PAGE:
Horrible Histories - More Best of Barmy Britain. Birmingham Stage Company, Belgrade Theatre, Coventry.
Birmingham Stage Company have an unparalleled reputation for staging theatre for children and families, and in the course of the last 25 years have mounted productions based on the works of authors such as Roald Dahl, Michael Morpurgo and David Walliams. They have also produced a number of shows based on the popular children’s history series created by Terry Deary. It’s worth noting that these stage adaptations of Horrible Histories are different to the successful TV series; different sketches and songs, but no less irreverent and funny, and certainly no less poo jokes!
And the poo jokes were flying thick and fast at the Belgrade Theatre, Coventry, as we were treated to a whistle stop tour through some of our country’s more bizarre moments in history. From Romans serving up fermented fish intestines as a delicacy to General Haig being quizzed by Alan Sugar about his “task” organizing the Battle of the Somme, all human life is here. And if this last sketch sounds a little insensitive, rest assured the subject is treated with delicacy as well as humour, as the writers here lampoon the idiocy of Haig’s decision, while not losing sight of the horror of the outcome.
This was the one delicate note in an otherwise lively and fun 70 minutes in the company of Romans, Vikings, Puritans, Victorians and Elizabeth I, all portrayed with wonderful agility and astonishing memory by Benedict Martin and Pip Chamberlin. Furnished with a wondrous array of coats, hats and props, they move easily between Music Hall, Pantomime and Rap, with a wide variety of stories and characters brought to life. I really don’t want to get into spoilers, but while the children will enjoy the range of songs, audience participation, and many many poo jokes, the older people in the audience (I hesitate to use the word Grownups as most of us were shouting louder than the kids!) were well catered for in sketches that borrowed from, not only The Apprentice, but also The Only Way is Essex and The Fast Show.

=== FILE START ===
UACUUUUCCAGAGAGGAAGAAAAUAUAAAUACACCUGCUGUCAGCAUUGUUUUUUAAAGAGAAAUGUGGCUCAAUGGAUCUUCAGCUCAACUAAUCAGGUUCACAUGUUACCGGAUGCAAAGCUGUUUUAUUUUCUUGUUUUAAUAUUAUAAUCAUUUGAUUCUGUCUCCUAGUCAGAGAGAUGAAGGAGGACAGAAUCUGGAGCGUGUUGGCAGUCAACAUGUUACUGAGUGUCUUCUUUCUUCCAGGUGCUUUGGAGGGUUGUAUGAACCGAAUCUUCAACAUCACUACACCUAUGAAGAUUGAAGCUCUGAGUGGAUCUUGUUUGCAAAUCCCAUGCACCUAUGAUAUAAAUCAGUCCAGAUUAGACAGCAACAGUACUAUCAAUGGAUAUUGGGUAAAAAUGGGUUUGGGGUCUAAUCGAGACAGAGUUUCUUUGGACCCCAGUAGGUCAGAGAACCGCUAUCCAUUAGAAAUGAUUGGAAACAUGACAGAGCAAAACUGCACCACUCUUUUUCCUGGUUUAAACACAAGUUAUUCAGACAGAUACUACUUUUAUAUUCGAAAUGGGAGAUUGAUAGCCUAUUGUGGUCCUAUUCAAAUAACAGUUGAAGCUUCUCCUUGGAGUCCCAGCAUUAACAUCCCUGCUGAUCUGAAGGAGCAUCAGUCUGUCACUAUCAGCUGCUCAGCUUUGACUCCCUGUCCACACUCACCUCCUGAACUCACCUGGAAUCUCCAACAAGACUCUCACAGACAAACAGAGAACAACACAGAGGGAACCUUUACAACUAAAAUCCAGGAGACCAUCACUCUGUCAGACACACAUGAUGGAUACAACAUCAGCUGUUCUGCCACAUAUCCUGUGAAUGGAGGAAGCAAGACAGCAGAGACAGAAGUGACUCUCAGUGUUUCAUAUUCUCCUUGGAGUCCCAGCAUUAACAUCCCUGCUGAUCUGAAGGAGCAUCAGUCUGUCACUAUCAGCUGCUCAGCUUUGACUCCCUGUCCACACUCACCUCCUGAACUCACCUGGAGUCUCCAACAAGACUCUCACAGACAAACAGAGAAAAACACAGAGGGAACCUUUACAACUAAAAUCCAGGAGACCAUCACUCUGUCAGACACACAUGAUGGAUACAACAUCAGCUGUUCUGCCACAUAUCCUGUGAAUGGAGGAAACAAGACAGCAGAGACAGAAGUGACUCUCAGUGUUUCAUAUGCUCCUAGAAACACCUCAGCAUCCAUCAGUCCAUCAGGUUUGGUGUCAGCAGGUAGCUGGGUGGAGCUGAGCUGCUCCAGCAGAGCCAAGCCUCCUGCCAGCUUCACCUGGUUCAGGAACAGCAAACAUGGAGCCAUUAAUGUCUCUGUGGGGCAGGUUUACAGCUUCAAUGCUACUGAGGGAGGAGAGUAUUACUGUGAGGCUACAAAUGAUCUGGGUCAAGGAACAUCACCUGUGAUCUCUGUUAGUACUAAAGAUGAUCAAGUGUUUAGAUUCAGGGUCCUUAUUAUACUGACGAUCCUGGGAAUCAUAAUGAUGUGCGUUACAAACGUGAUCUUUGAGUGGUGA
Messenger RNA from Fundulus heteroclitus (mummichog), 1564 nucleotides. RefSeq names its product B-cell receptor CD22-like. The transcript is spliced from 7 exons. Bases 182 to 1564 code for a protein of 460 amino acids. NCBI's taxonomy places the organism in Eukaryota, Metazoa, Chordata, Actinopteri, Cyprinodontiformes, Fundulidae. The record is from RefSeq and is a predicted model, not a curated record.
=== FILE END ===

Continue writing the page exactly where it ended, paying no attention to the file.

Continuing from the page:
The junior reviewers, both history nerds and long-standing fans of the books and TV, both laughed, sang and had a great time. Maybe some audience participation right at the top of the show would have warmed the younger children up quicker – many seemed to be waiting for permission to make noise at the start. But a sing-a-long led by a Viking soon got everyone going, and 70 minutes later we really only had one question (even though Dickens wasn’t covered in this show): “Please, sir, can we have some more?”
More Best of Barmy Britain can be seen at the Belgrade Theatre until Saturday 2nd of June.
BSCs new HH show – Barmy Britain Part 4 – will preview in Telford 18-21 July before moving to the Apollo Theatre, London for the summer.
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